German Catholics and Protestants to continue with intercommunion, in spite of Vatican protest
LifeSiteNews has been permanently banned on YouTube. Click HERE to sign up to receive emails when we add to our video library.
FRANKFURT, Germany, March 17, 2021 (LifeSiteNews) — Christian leaders in Germany, both Catholic and Protestant, have decided to go ahead with plans to host an ecumenical prayer meeting complete with intercommunion, contravening the Congregation for the Doctrine of the Faith’s (CDF) express ruling that “reciprocal participation in the Lord’s Supper and the Eucharist” is not possible for Catholics and non-Catholics.
Thomas Sternberg is the president of the Third Ecumenical Church Congress (ÖKT), as well as the leader of the Central Committee of German Catholics. In a press release, he invited Christians of all denominations to receive Holy Communion “in many churches” at the event running from May 13 to 16. “On the basis of the Common Testimony we can make our decision of conscience [to receive the Eucharist]. The doors are open,” he said.
The statement adds that the ecumenical event will see “Christian congregations open their doors in the knowledge that Jesus Christ invites you to the Lord’s Supper and the Eucharist.”
“Christians of all denominations have the opportunity on this evening to come in, get to know different traditions and — following their own conscience — to celebrate the living memory of Jesus Christ.”
“The signal should go out from Frankfurt to seek ecumenical togetherness, in everyday life and in the mutual visit of congregations.”
The ÖKT’s proposal to include interfaith communion was taken from a 2019 document drafted by the Ecumenical Study Group of Protestant and Catholic Theologians, known in Germany as ÖAK, called “Together at the Lord’s Table.” The document was drafted under the co-chairmanship of the now-president of the German Bishops’ Conference, Bishop Georg Bätzing of the Diocese of Limburg, and the retired Lutheran bishop Martin Hein.
The ÖAK is not directly affiliated with the Catholic Church in Germany, nor the Protestant churches, but advises both groups on its studies.
The document drew the attention of the CDF, which was prompted to send a letter to Bätzing, resolutely rejecting the notion of intercommunion: “The question of the unity of the Eucharist and the Church, in which the Eucharist presupposes and brings about unity with the communion of the Church and her faith with the pope and the bishops, is undervalued in the aforementioned document.”
“Essential theological and indispensable insights of the Eucharistic theology of the Second Vatican Council, which are widely shared with the Orthodox tradition, have unfortunately not been adequately reflected in the text.”
The congregation reminded the bishop of Limburg that communion therefore cannot be shared with Protestants in a “Eucharistic meal fellowship.” The “basic Catholic understanding” of the Eucharist and, indeed, the real presence, “is not sufficiently clarified” in the interfaith document, leading to a conflict with “central themes of the depositum fidei, truths of faith, de fide tenendae,” the CDF wrote in September 2020.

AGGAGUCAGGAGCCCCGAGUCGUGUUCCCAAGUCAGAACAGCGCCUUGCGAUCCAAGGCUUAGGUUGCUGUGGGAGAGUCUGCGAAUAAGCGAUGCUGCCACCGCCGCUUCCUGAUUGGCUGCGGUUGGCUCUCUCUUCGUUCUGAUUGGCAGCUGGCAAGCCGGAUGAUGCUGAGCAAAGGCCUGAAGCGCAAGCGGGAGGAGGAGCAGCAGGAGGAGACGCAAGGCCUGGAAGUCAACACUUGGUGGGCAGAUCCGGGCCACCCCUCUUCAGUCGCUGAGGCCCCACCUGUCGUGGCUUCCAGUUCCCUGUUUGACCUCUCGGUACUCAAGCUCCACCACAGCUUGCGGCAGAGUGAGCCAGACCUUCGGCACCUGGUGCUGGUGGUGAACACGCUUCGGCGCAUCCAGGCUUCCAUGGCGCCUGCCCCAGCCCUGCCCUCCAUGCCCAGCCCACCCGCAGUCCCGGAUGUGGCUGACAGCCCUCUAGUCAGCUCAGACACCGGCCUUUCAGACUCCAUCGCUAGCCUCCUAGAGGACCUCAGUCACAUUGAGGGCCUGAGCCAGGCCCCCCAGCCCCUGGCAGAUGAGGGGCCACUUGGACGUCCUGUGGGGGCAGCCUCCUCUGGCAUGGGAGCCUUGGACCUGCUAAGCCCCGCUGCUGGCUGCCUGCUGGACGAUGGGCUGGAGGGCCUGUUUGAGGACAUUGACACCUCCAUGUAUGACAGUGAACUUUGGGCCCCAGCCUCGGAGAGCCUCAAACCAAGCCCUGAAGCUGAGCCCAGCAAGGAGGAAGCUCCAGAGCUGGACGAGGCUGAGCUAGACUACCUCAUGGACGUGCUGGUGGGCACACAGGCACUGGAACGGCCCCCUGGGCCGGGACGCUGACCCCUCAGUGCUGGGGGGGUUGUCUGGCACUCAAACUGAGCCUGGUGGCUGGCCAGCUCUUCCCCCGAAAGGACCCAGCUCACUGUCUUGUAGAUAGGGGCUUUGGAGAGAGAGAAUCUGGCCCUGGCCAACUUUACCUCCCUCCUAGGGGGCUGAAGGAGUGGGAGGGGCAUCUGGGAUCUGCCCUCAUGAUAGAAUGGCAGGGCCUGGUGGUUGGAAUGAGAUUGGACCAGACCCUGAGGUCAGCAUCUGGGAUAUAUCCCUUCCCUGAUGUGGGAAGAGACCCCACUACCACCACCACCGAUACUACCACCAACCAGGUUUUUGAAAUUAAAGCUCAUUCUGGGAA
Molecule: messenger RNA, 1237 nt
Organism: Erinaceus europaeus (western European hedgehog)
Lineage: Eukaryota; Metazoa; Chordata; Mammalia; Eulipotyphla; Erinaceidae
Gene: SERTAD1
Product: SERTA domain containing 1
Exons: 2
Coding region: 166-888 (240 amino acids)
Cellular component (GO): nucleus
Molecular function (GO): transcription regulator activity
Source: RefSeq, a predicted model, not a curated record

They concluded that “[the] document cannot therefore serve as a guide for an individual decision of conscience about approaching the Eucharist.”
Bätzing, who also serves alongside Sternberg as co-president of the controversial “Synodal Path,” subsequently released a letter on March 1, ahead of the upcoming ÖKT conference, stating his concern that there should be “no general, inter-denominational reception of the Eucharist” or “new forms of Eucharistic celebration.”
He did, in defiance of the CDF’s instruction, go on to say that, for both Catholics and non-Catholics, the “prerequisite for a worthy reception of the Eucharistic gifts … is the examination of one’s conscience,” adding that “[as] pastors, we respect the decision of conscience when someone receives Holy Communion after serious examination and in accordance with the Catholic faith.”
Bätzing told the priests of his diocese that he “does not want to endanger under any circumstances” the “valuable opening” between Catholic and Protestant communion represented by the ÖKT-backed event. “Therefore, I strongly expect and emphasize that what I have said above will be observed in the Eucharistic celebrations,” he wrote.
Just a week prior, Bätzing had confirmed that he would not deny Holy Communion to non-Catholics who, by a “personal decision of conscience,” seek the sacrament. “I have no problems with it, and I see myself in line with papal documents,” he professed.
Bätzing observed that such intercommunion has already been “in practice” in Germany “every Sunday,” and, by his determination, does not demand any correction. While claiming he does not distribute the Eucharist indiscriminately, the prelate admitted that neither does he “deny Holy Communion to a Protestant if he asks for it.”
German clergy and laypeople involved with the “Synodal Path” have long pushed some of the most controversial and “progressive” ideas in the Catholic Church. In addition to Christian intercommunion, German prelates, like Cardinal Reinhard Marx, have favored instrumental doctrinal upheavals ranging from the ordination of women to the priesthood to changing the teaching on homosexuality and contraception, as well as allowing married priests.